Oakland Man died at Santa Rita jail after being denied medications



The family of a man who died last year at the Santa Rita jail filed a lawsuit against Alameda County Monday, blaming his death on jail staff who they said failed to give him prescriptions he needed for a diagnosed mental illness.

The relatives of Maurice Monk, 45, said they warned Alameda County sheriff’s deputies that their brother needed several medications while in jail and that he had been under a doctor’s care, according to the federal civil rights’ lawsuit filed. Yet they said their pleas for help went unanswered, resulting in Monk’s death on Nov. 15, 2021, just 35 days after being booked into the jail, the lawsuit said.

Deputies and clinicians acted with “callous disregard” for Maurice Monk, 45, an Oakland man who died in November 2021 at the jail in Dublin, said Adanté Pointer, an attorney for the man’s family. His family announced a lawsuit on Monday against the county — blaming the jail’s staff for failing to ensure he received medication for high blood pressure, diabetes and schizophrenia.

“This is a case, this a matter, this is a death that should not have happened,” said Adanté Pointer, an attorney for the family, adding that “they sent his family on a wild goose chase to try to provide the medical information Mr. Monk so desperately needed to receive.”

“This is a case, this a matter, this is a death that should not have happened,” said Adanté Pointer, an attorney for the family. “What we have here are jail staff turning a deaf ear to the pleas of Mr. Monk’s family to get him the prescribed medication that he needed in order to make sure that his health was maintained and that he came out of Santa Rita alive.”

Monk was jailed on Oct. 11, 2021, on a warrant for missing a court date after being detained after getting into a verbal disagreement on a bus about not wearing a mask, according to the lawsuit.

He died of hypertensive cardiovascular disease, and the manner of his death was natural, said Lt. Ray Kelly, a sheriff’s spokesman. However, a request to the coroner’s bureau of the Alameda County Sheriff’s Office for Monk’s autopsy report was not answered Monday.

Monk ranks among at least 58 people who have died at the Santa Rita jail since 2014 — a tally that has prompted waves of lawsuits in recent years amid allegations that the jail provides inadequate care for its inmates, especially those suffering from mental illness and suicidal thoughts. One such suit led to a sweeping settlement earlier this year to improve mental health care at the jail and address complaints of “excessive use of isolation, providing an insufficient amount of out-of-cell time and programming, inadequate classification systems, and a lack of due process protections,” among other concerns.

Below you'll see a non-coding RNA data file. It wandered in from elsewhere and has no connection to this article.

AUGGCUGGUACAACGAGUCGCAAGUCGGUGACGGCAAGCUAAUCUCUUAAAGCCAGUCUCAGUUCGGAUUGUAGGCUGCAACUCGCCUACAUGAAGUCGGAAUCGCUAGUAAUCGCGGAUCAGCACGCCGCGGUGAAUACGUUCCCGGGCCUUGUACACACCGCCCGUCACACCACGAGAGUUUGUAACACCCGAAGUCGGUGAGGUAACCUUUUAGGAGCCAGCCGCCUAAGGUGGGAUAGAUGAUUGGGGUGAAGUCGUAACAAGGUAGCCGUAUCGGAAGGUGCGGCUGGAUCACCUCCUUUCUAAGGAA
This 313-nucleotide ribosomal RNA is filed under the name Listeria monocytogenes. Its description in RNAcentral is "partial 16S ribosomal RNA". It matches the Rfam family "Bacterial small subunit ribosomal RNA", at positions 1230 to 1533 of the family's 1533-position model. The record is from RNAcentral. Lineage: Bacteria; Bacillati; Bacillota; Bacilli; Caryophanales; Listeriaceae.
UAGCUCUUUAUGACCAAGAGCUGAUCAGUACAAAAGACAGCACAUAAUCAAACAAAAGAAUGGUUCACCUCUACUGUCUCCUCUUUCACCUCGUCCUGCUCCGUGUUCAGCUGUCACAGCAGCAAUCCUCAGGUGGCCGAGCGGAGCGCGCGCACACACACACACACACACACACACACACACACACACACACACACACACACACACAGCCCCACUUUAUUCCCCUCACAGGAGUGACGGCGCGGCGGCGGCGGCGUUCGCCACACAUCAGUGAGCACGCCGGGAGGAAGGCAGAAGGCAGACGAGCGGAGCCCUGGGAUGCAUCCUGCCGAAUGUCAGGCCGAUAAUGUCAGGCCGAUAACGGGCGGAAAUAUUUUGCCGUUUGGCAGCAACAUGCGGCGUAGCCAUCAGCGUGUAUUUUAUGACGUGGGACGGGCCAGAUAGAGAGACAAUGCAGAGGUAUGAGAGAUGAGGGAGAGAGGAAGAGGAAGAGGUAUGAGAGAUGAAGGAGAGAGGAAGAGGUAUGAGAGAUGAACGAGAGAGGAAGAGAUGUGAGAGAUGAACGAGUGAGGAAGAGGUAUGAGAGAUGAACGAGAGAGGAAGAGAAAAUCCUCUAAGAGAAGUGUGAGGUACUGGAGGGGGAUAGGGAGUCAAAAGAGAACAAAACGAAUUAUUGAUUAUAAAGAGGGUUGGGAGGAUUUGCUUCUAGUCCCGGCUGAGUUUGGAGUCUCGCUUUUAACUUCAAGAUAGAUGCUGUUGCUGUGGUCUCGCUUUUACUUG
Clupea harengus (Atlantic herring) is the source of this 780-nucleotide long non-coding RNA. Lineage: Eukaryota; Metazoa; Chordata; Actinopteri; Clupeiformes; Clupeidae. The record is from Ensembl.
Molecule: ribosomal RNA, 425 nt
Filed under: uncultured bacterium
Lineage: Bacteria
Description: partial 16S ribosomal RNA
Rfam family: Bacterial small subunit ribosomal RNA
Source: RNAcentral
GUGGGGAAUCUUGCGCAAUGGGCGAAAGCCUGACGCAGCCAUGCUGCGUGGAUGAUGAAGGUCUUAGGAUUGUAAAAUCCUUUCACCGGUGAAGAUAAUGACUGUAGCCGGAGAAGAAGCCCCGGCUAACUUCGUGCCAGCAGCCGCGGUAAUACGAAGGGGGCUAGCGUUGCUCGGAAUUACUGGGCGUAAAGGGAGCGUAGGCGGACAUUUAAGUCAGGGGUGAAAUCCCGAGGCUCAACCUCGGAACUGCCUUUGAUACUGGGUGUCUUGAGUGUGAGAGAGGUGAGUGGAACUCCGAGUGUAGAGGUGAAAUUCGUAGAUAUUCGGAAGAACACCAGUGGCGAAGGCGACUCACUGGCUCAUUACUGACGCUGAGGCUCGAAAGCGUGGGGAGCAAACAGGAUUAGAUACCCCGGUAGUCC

Monk was found unresponsive in his cell on November 15, 2021, slightly over a month after having been booked into the jail on a warrant for missing a court date, the lawsuit said. He had originally been detained after getting into a verbal disagreement on a bus about not wearing a mask, according to the lawsuit.

In the days and weeks that followed, Monk’s sister, Elvira Monk, said she called the jail’s staff 10 to 15 times and begged them to ensure that her brother received his medications. Of particular concern was a monthly injection of Halidol, which he needed on Nov. 9, the lawsuit said. The drug is often used to treat schizophrenia.

At every turn, Elvira Monk said she endured a bureaucratic maze — one that continued until Nov. 16, when she was told to fax her brother’s medical information to the jail’s staff. Hours later, she received a knock at the door from a sheriff’s official notifying her that Maurice Monk had died the day before.

“It was heartbreaking, because both of us did our best,” said Elvira Monk, 44.

Monk had two children — a daughter, 19, and a son, 15 — and he spent much of his adult life working as a security guard and volunteering as a football coach.

“It could have been avoided,” added Tiffany Monk, 34, of her brother’s death. “I just want my brother back. I try not to think about it, because it just hurts.”

Pointer said the sheriff’s office has withheld Monk’s autopsy report and several other medical records. He said the lawsuit was based on ambulance and paramedic records, which offer a limited view of Monk’s medical history while at the jail.

Lt. Ray Kelly, a sheriff’s spokesman, directed questions about Monk’s care to the jail’s behavioral health provider, WellPath, adding “that’s not a decision that’s made by the sheriff, whether or not you get medication or not.” He has repeatedly said the sheriff’s office is making sweeping changes at the jail to improve conditions and limit deaths, including those from overdose and suicide.

“The sheriff is in charge of running the jail facility, but he’s only one piece of it,” Kelly said. “There’s entities within the jail that make the jail go.”

Messages to WellPath and to the Alameda County Health Care Services Agency — which provide medical and psychiatric care at the jail — were not returned Monday.

Conditions at the jail became a focal point in the recent election for sheriff that saw four-term incumbent Sheriff Greg Ahern ousted by Yesenia Sanchez, the commander of the jail since 2020 and a vocal critic of Ahern’s handling of staffing at the facility. Sanchez has promised sweeping reforms that aim to increase transparency about issues that arise at the jail, while improving mental health care and the treatment of inmates.

On Monday, the attorneys for Monk’s family viewed such promises with skepticism.

“What happened to him was not unique,” said Ty Clarke, another attorney for the family. “This is a failure at the institutional level.”

Check back for updates as this story develops.



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